• Note: In the past 18 months, city staff has been successful in obtaining $1.6 million of brownfield grants from these programs for various projects (e.g. T-Wall, Dermond, University Avenue Corridor Plan, Citywide Site Assessment program).

Wouldn’t the air rights and OBI outlot proposed by Walmart provide additional Downtown density?

The OBI outlot is shown at approximately 5,400 square feet.  Per Walmart representatives, this is likely to be a restaurant.   The construction of the outlot would result in additional tax revenue to the city, but not at the capacity that could be realized for a downtown property.  The air rights also offer a development opportunity, but include challenges like shared parking and the relocation of the power line poles.   The city alternate plans also consider relocation of the power line poles, but that cost would be absorbed across the entire property and development proforma rather than by one user.

What is the importance of the city’s Comprehensive Plan?

  • Wisconsin Statutes [Ch. 66.1001(3)(k)] require that zoning ordinances adopted or amended by a city must be consistent with the city’s comprehensive plan.
  • The proposed Walmart development cannot comply with the existing zoning requirements (the Planned Unit Development for Larsen Green), so this zoning ordinance would be amended.
  • The city’s comprehensive plan indicates that this area is designated for “Downtown” land uses that have certain characteristics.

o   Recognition of the unique opportunity and environment that exist in the downtown

o   High density of development

o   Mixed-use buildings

o   Richly detailed building architecture

o   Many windows and doors on the first floor

o   Parking in structures or small, highly landscaped surface lots

o   Avoidance of buildings and uses that will lead to functional and economic obsolescence

o   Inappropriateness of big-box retail in the Broadway District

  • The Plan Commission and Common Council both adopted the “Downtown” designation, affirming these desired characteristics of development on this site.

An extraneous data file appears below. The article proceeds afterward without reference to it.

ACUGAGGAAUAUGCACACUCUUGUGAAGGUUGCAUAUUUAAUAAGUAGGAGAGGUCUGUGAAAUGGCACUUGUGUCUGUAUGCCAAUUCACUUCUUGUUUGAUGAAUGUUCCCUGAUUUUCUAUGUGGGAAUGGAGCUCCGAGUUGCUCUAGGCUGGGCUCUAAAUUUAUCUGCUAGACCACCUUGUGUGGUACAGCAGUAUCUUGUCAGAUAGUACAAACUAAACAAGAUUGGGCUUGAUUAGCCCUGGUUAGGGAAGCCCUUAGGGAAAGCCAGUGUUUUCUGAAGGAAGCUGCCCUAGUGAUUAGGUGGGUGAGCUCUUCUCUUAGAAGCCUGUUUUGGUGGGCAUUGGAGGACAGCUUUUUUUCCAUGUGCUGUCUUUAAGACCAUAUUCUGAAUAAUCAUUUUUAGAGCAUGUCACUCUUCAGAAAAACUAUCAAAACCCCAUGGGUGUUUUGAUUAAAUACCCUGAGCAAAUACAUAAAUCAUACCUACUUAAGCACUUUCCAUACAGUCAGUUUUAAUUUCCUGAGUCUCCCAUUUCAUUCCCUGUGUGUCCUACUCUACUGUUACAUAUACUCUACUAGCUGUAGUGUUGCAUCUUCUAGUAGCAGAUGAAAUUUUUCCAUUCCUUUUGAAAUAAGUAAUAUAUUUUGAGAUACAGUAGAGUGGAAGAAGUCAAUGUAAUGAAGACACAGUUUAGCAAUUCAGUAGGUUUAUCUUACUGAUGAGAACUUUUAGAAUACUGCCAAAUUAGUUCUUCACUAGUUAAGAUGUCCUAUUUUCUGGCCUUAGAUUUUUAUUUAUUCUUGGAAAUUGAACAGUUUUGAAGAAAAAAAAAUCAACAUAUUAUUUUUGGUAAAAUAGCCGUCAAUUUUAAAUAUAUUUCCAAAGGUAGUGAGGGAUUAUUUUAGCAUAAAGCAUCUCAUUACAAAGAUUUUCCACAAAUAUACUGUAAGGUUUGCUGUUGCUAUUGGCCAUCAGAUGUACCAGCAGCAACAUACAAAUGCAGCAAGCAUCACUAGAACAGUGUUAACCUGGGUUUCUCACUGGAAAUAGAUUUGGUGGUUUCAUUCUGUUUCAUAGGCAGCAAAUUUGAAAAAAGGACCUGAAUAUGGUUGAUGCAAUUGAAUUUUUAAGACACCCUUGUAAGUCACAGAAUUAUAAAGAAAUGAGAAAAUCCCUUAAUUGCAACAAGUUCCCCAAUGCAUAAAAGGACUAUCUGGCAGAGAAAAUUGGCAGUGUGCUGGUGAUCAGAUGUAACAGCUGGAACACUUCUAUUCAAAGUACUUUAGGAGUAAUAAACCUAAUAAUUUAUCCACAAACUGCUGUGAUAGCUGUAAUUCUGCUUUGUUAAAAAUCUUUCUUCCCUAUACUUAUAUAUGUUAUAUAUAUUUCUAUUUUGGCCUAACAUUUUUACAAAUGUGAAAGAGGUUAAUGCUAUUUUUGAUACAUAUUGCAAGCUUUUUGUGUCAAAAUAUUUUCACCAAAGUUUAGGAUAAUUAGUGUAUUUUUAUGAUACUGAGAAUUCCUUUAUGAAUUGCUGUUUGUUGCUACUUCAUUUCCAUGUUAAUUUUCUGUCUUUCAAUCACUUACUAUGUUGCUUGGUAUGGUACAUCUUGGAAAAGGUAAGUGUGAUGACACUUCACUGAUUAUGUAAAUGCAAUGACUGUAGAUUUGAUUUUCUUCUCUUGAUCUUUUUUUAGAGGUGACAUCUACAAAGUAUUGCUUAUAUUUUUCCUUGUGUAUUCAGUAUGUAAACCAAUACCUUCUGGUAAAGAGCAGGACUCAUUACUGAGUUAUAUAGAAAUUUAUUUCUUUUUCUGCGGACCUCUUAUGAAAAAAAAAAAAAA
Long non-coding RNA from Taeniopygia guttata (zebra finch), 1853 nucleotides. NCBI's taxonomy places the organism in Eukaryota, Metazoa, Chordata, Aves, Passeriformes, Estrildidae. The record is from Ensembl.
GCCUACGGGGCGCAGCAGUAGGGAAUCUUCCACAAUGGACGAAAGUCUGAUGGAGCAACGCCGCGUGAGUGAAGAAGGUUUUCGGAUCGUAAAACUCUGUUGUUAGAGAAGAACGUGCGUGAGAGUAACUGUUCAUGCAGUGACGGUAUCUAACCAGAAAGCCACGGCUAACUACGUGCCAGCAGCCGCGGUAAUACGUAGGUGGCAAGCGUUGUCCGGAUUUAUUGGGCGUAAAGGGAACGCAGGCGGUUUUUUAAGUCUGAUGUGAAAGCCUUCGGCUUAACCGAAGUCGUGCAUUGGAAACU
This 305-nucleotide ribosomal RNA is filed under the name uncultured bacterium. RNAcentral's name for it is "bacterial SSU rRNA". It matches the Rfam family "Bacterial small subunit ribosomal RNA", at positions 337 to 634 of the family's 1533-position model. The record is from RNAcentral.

We need groceries and reasonably priced general merchandise downtown.  Can a Walmart store fit in with the Broadway District?

Yes, there are many examples of smaller, urban format Walmart stores across the nation. There are several opportunities for Walmart to adjust its approach and prototype to this site in order to fit in with the downtown and Broadway environment.

o   Reduce the size of the store

o   Structure the parking in order to reduce land consumption

o   Purchase only a portion of the site or create shared parking management

o   Incorporate all or a portion of the existing buildings

o   Build a multi-story building

o   Be a part of a mixed-use development

And if not, there is a Commercial designated site along Velp Avenue just one mile away.

What were the anticipated amount and value of development in the Larsen Green master plan?

  • This was an aggressive vision including 280,000 sq ft of renovated space in existing buildings and another 430,000 sq ft of additional development – a total of 710,000 sq ft
  • The master plan states that $60 to 120 million in property value would be created
  • The MOU signed by the city and OBI refers to a goal of $105 million on this basis

What are the anticipated amount and value of development for this area in the AuthentiCity plan?

  • This plan softened the vision of the Larsen Green master plan, but still includes 280,000 sq ft of renovated space in existing buildings and another 300,000 sq ft of additional development – a total of 580,000 sq ft
  • The AuthentiCity plan anticipates roughly $40 to 60 million in property value

What have community members told us already about their desires for this site?

  • At the August 29, 2013 public workshop for the downtown plan, 43 unsolicited public comments cards were received stating opposition to the Walmart proposal.  Two public comment cards stated support for the proposal.
  • At the January 27, 2014 public hearing, 40 people spoke in favor of the “Downtown” designation, and 6 people spoke in favor of the “Commercial” designation.
  • At the February 27, 2014 public hearing, 26 people spoke in favor of the “Downtown” designation, and 9 people spoke in favor of the “Commercial” designation.
  • At the June 10, 2014 Plan Commission meeting, 55 registered in opposition to the Walmart zoning request, and 5 people registered in favor of the zoning request.